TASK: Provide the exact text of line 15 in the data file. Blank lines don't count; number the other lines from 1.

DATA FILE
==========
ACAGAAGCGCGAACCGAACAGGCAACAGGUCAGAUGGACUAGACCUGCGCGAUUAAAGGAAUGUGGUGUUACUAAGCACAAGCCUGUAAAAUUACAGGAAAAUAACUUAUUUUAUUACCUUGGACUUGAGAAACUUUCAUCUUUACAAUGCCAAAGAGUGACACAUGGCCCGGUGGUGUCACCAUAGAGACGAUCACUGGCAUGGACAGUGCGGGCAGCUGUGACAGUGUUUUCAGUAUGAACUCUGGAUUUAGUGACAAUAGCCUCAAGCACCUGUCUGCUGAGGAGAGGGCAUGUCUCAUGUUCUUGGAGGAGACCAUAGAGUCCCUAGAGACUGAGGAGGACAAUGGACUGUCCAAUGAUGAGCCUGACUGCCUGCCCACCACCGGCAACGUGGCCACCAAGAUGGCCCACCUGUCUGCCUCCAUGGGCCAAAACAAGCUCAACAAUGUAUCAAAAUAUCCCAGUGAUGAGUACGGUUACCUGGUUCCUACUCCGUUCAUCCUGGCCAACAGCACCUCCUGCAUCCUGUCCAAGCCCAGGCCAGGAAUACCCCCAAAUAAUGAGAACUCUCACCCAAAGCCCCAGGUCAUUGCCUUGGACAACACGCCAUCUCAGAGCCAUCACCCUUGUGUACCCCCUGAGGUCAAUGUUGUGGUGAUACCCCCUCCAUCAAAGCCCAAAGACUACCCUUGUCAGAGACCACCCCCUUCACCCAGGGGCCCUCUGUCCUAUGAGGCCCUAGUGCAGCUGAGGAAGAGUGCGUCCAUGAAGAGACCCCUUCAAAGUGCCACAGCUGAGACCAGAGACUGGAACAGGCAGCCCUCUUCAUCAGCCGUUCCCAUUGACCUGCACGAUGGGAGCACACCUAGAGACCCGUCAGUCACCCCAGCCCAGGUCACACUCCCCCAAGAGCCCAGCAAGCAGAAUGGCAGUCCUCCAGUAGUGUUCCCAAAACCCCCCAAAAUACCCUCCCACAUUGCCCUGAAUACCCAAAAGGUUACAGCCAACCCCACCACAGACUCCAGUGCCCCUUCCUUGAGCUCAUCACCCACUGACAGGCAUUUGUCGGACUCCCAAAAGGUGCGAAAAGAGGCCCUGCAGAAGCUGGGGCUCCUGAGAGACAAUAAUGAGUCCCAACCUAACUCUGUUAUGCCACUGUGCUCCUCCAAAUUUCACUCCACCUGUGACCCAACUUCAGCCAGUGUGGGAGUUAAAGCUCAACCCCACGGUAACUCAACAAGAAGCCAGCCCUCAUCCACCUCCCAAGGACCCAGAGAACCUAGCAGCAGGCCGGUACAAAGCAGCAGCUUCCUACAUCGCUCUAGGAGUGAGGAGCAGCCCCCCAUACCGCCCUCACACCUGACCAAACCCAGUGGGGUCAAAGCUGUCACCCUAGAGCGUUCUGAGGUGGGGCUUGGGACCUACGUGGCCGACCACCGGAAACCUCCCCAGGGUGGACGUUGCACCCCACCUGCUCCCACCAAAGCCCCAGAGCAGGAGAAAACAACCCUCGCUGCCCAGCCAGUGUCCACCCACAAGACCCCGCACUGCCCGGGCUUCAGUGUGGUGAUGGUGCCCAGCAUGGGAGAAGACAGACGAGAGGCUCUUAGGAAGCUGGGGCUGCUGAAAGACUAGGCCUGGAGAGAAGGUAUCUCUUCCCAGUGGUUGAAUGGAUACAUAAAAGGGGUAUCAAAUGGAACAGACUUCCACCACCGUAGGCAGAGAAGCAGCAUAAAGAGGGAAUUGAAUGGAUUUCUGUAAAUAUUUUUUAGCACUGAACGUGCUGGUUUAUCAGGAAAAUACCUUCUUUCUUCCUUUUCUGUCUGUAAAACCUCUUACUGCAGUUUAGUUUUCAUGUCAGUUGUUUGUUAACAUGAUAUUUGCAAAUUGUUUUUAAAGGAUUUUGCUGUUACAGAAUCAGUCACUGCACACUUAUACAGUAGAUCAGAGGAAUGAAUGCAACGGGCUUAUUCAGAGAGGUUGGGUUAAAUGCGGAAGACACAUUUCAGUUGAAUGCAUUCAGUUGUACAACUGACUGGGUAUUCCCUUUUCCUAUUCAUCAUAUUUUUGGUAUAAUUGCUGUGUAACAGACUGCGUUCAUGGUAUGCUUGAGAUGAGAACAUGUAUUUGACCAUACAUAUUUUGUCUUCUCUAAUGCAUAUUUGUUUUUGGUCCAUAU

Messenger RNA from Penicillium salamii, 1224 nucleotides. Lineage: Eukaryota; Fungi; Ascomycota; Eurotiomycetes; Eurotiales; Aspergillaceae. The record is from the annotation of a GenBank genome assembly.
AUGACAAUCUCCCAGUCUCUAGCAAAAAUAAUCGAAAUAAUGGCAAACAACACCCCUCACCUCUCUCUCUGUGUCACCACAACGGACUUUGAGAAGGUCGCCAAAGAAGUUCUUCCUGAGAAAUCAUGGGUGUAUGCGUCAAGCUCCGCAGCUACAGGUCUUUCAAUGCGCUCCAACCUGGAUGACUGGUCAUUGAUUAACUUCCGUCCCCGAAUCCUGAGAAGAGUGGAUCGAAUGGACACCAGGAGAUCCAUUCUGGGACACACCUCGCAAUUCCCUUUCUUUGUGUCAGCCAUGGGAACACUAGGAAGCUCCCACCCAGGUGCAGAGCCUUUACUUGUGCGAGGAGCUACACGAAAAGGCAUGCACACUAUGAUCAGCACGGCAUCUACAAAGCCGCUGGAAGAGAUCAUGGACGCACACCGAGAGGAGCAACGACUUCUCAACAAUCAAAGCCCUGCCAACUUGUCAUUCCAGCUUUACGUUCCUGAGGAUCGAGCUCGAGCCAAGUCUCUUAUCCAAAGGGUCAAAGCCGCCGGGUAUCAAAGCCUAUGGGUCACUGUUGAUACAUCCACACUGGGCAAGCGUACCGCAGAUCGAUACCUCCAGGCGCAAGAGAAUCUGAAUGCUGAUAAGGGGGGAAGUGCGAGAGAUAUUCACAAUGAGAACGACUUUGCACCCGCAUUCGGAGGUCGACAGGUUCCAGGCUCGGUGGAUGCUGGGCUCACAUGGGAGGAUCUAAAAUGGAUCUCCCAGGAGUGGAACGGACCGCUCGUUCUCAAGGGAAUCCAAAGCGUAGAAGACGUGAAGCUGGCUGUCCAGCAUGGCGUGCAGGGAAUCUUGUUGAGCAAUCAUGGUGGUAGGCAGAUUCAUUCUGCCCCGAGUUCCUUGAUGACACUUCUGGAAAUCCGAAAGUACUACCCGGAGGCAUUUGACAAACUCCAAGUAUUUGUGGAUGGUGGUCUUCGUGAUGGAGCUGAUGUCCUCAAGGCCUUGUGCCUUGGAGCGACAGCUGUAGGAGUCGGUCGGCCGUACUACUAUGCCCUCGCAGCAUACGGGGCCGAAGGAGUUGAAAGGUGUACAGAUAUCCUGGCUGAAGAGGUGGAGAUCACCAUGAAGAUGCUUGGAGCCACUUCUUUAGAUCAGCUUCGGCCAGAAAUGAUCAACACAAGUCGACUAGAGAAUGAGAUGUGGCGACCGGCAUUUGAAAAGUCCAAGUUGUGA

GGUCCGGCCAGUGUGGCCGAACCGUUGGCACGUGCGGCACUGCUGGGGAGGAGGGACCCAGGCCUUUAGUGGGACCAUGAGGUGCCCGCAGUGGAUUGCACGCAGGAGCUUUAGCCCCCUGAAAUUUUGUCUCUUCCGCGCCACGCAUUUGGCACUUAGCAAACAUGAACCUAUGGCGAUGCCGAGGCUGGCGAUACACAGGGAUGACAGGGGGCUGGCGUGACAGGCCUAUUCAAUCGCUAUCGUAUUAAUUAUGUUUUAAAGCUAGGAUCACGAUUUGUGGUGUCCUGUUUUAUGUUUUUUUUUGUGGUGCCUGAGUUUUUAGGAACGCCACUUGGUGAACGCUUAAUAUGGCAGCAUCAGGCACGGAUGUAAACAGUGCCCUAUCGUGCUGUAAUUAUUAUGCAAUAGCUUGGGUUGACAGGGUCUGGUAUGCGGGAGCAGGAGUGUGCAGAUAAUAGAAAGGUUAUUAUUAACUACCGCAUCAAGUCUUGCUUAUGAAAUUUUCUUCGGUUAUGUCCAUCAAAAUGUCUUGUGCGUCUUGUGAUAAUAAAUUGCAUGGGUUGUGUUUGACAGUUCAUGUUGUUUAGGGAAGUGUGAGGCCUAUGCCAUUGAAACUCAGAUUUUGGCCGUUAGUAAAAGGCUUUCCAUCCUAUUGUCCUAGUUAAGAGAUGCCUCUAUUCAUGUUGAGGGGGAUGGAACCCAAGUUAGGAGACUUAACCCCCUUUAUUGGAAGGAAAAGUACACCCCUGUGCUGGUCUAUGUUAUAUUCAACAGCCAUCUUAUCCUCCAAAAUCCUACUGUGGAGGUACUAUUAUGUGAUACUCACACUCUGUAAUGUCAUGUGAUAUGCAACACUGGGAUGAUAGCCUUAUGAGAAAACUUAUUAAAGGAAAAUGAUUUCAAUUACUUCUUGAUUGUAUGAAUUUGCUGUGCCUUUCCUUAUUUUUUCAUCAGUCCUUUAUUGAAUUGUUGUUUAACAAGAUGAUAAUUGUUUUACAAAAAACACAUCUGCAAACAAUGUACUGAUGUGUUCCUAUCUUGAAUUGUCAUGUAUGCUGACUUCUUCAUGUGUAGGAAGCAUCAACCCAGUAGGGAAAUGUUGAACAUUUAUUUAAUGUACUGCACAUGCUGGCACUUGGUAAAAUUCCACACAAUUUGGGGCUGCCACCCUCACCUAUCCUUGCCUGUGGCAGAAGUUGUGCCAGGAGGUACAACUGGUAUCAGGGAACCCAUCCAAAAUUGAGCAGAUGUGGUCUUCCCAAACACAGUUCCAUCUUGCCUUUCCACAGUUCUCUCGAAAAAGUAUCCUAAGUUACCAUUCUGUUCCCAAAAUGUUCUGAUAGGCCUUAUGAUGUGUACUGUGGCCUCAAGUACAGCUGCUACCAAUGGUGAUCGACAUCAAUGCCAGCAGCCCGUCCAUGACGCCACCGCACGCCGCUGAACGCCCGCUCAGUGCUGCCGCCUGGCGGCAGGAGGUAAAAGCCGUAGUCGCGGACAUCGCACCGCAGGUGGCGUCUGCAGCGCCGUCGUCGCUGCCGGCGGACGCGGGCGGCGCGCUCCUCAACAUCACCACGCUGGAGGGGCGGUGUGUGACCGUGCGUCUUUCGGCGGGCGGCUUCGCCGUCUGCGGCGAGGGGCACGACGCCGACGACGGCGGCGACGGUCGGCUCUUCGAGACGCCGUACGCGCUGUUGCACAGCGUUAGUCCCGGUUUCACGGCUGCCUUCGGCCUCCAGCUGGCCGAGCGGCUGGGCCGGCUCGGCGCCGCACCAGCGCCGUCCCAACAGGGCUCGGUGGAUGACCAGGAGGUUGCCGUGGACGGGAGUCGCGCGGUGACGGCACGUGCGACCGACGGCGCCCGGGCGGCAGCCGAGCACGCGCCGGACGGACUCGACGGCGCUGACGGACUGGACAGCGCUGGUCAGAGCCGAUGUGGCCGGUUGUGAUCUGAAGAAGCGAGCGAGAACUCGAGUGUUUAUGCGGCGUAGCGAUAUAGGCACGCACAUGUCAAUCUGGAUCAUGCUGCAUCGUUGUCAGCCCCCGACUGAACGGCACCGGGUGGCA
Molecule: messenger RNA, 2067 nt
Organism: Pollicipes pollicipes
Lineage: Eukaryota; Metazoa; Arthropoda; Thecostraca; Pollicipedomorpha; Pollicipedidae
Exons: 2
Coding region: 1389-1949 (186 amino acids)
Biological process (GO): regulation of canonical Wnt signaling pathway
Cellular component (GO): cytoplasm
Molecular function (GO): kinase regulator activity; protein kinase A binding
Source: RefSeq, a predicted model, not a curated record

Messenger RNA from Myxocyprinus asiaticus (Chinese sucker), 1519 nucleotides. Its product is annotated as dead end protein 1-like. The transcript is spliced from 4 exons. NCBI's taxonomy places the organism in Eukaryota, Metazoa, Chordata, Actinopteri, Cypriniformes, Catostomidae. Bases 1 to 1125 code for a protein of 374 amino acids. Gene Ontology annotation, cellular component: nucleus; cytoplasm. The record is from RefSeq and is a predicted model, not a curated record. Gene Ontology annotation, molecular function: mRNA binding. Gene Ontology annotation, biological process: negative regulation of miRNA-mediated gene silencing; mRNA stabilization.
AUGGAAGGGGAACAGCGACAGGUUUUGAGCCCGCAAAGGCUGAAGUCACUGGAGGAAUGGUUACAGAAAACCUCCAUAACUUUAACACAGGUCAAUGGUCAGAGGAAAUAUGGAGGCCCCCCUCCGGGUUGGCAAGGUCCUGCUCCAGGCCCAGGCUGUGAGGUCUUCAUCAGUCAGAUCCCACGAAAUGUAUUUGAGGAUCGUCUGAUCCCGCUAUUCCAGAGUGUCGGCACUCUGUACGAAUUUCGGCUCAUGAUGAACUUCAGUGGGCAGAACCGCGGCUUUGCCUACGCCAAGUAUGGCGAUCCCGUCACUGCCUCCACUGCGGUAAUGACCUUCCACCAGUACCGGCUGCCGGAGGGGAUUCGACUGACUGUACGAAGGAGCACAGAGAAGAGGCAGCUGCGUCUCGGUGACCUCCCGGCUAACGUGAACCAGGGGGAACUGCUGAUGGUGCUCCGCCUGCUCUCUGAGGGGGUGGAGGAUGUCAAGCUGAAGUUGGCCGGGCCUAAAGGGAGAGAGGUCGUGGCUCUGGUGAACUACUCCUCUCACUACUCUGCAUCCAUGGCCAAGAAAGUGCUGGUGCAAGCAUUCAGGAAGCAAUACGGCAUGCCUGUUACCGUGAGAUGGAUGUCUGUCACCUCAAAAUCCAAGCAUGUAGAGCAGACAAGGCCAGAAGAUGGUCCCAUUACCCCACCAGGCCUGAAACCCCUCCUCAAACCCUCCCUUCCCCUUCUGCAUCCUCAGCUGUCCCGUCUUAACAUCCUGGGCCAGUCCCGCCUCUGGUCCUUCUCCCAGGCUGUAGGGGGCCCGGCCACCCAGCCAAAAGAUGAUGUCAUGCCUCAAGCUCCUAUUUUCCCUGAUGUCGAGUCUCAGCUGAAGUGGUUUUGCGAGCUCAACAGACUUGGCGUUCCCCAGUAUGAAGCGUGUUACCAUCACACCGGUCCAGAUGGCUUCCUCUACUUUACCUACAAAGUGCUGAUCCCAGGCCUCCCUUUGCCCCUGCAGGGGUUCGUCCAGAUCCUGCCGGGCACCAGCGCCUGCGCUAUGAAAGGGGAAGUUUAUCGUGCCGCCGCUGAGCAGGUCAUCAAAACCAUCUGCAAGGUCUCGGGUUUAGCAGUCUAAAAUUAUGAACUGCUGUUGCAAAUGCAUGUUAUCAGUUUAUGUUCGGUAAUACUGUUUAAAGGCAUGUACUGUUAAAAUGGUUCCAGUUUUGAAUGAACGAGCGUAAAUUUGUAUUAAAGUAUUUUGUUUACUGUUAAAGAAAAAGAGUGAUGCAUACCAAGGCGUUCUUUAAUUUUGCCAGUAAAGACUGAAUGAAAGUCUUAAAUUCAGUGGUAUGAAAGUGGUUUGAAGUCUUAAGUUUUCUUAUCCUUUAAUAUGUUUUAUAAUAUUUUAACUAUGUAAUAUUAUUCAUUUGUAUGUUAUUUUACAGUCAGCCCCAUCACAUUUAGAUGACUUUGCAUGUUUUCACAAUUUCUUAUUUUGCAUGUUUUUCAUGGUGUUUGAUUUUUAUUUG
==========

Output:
AUGGAAGGGGAACAGCGACAGGUUUUGAGCCCGCAAAGGCUGAAGUCACUGGAGGAAUGGUUACAGAAAACCUCCAUAACUUUAACACAGGUCAAUGGUCAGAGGAAAUAUGGAGGCCCCCCUCCGGGUUGGCAAGGUCCUGCUCCAGGCCCAGGCUGUGAGGUCUUCAUCAGUCAGAUCCCACGAAAUGUAUUUGAGGAUCGUCUGAUCCCGCUAUUCCAGAGUGUCGGCACUCUGUACGAAUUUCGGCUCAUGAUGAACUUCAGUGGGCAGAACCGCGGCUUUGCCUACGCCAAGUAUGGCGAUCCCGUCACUGCCUCCACUGCGGUAAUGACCUUCCACCAGUACCGGCUGCCGGAGGGGAUUCGACUGACUGUACGAAGGAGCACAGAGAAGAGGCAGCUGCGUCUCGGUGACCUCCCGGCUAACGUGAACCAGGGGGAACUGCUGAUGGUGCUCCGCCUGCUCUCUGAGGGGGUGGAGGAUGUCAAGCUGAAGUUGGCCGGGCCUAAAGGGAGAGAGGUCGUGGCUCUGGUGAACUACUCCUCUCACUACUCUGCAUCCAUGGCCAAGAAAGUGCUGGUGCAAGCAUUCAGGAAGCAAUACGGCAUGCCUGUUACCGUGAGAUGGAUGUCUGUCACCUCAAAAUCCAAGCAUGUAGAGCAGACAAGGCCAGAAGAUGGUCCCAUUACCCCACCAGGCCUGAAACCCCUCCUCAAACCCUCCCUUCCCCUUCUGCAUCCUCAGCUGUCCCGUCUUAACAUCCUGGGCCAGUCCCGCCUCUGGUCCUUCUCCCAGGCUGUAGGGGGCCCGGCCACCCAGCCAAAAGAUGAUGUCAUGCCUCAAGCUCCUAUUUUCCCUGAUGUCGAGUCUCAGCUGAAGUGGUUUUGCGAGCUCAACAGACUUGGCGUUCCCCAGUAUGAAGCGUGUUACCAUCACACCGGUCCAGAUGGCUUCCUCUACUUUACCUACAAAGUGCUGAUCCCAGGCCUCCCUUUGCCCCUGCAGGGGUUCGUCCAGAUCCUGCCGGGCACCAGCGCCUGCGCUAUGAAAGGGGAAGUUUAUCGUGCCGCCGCUGAGCAGGUCAUCAAAACCAUCUGCAAGGUCUCGGGUUUAGCAGUCUAAAAUUAUGAACUGCUGUUGCAAAUGCAUGUUAUCAGUUUAUGUUCGGUAAUACUGUUUAAAGGCAUGUACUGUUAAAAUGGUUCCAGUUUUGAAUGAACGAGCGUAAAUUUGUAUUAAAGUAUUUUGUUUACUGUUAAAGAAAAAGAGUGAUGCAUACCAAGGCGUUCUUUAAUUUUGCCAGUAAAGACUGAAUGAAAGUCUUAAAUUCAGUGGUAUGAAAGUGGUUUGAAGUCUUAAGUUUUCUUAUCCUUUAAUAUGUUUUAUAAUAUUUUAACUAUGUAAUAUUAUUCAUUUGUAUGUUAUUUUACAGUCAGCCCCAUCACAUUUAGAUGACUUUGCAUGUUUUCACAAUUUCUUAUUUUGCAUGUUUUUCAUGGUGUUUGAUUUUUAUUUG